E.J. DIONNE, THE WASHINGTON POST": First of all, I think before we lose
track of it, it`s worth noting how anti-war this former defense secretary

O`DONNELL: Yes, yes.

DIONNE: One of the things that struck me reading the excerpt in "The Wall
Street Journal," and he talked about this some as defense secretary, is how
wary he was, both of humanitarian intervention and, if you will, of neo-
conservative style intervention. And he really talked a lot about the cost
of war, about what happened to troops, about people never coming back the
same. I thought that was very powerful.

In terms of his account of, and in the Woodward story, he says this,
there`s really more ambivalence here about President Obama, I think,
because, you know, for example, at one point, he talks about being very
uneasy, and he`s quite critical of the way some of the Obama folks spoke to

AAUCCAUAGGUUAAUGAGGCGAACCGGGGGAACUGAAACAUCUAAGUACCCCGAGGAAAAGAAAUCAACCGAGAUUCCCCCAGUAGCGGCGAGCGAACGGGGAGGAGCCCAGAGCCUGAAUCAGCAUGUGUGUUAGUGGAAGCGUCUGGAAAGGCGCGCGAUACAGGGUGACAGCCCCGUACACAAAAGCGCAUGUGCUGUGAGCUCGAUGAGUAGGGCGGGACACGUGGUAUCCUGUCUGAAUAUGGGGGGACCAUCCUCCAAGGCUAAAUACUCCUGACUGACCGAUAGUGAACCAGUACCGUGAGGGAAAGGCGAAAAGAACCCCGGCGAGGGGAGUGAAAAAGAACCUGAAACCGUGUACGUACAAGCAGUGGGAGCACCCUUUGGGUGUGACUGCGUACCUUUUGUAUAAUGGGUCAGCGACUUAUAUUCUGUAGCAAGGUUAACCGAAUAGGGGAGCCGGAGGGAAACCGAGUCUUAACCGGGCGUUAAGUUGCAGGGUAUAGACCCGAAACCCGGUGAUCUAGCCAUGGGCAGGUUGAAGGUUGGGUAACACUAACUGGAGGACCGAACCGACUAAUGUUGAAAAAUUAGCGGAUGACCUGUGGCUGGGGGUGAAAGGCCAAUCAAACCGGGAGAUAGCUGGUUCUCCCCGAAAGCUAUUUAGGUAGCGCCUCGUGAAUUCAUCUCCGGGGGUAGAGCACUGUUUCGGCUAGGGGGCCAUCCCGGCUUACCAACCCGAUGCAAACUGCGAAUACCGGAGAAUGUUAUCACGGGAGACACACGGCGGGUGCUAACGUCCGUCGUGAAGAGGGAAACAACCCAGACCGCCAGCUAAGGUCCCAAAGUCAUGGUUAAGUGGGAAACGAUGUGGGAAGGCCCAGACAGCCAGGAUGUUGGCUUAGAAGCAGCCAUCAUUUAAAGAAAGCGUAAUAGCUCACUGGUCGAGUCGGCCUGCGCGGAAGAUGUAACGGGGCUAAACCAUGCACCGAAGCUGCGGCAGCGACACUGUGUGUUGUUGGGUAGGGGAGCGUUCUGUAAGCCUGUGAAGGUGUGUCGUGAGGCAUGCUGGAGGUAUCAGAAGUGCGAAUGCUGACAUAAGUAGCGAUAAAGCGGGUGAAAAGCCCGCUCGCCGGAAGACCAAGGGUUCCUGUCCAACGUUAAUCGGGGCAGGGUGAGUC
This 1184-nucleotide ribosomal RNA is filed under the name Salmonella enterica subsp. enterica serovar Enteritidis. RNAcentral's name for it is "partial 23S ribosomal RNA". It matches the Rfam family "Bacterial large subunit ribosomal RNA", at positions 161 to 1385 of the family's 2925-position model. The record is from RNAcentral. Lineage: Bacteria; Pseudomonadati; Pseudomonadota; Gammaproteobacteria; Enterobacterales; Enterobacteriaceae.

some of the military people. And the mistrust they had.

But at the same time, he also says that the military kind of hijacked the
discussion of the Afghanistan policy and that President Obama felt boxed.
And he wrote somewhat sympathetically about that feeling on the part of
President Obama. And he has some sort of favorable words about Obama in
the book, and yet there is still this mistrust.

You know, on the Congress thing, I think he`s right about congressional
hearings. There`s a tendency to posture really hard, to look like you`re
asking a hard question as opposed to being polite but asking a genuinely
hard question.

Nonetheless, this is democracy and that`s what happens. So that`s what
happens. I was a little surprised by how ferocious he was about that.

O`DONNELL: Well, Dave Corn, I can understand it. What I`m interested in
when we get our hands on the book is, does he name names about senators or
members of the House that he`s talking about?

And in my observation, there is a huge difference between a House of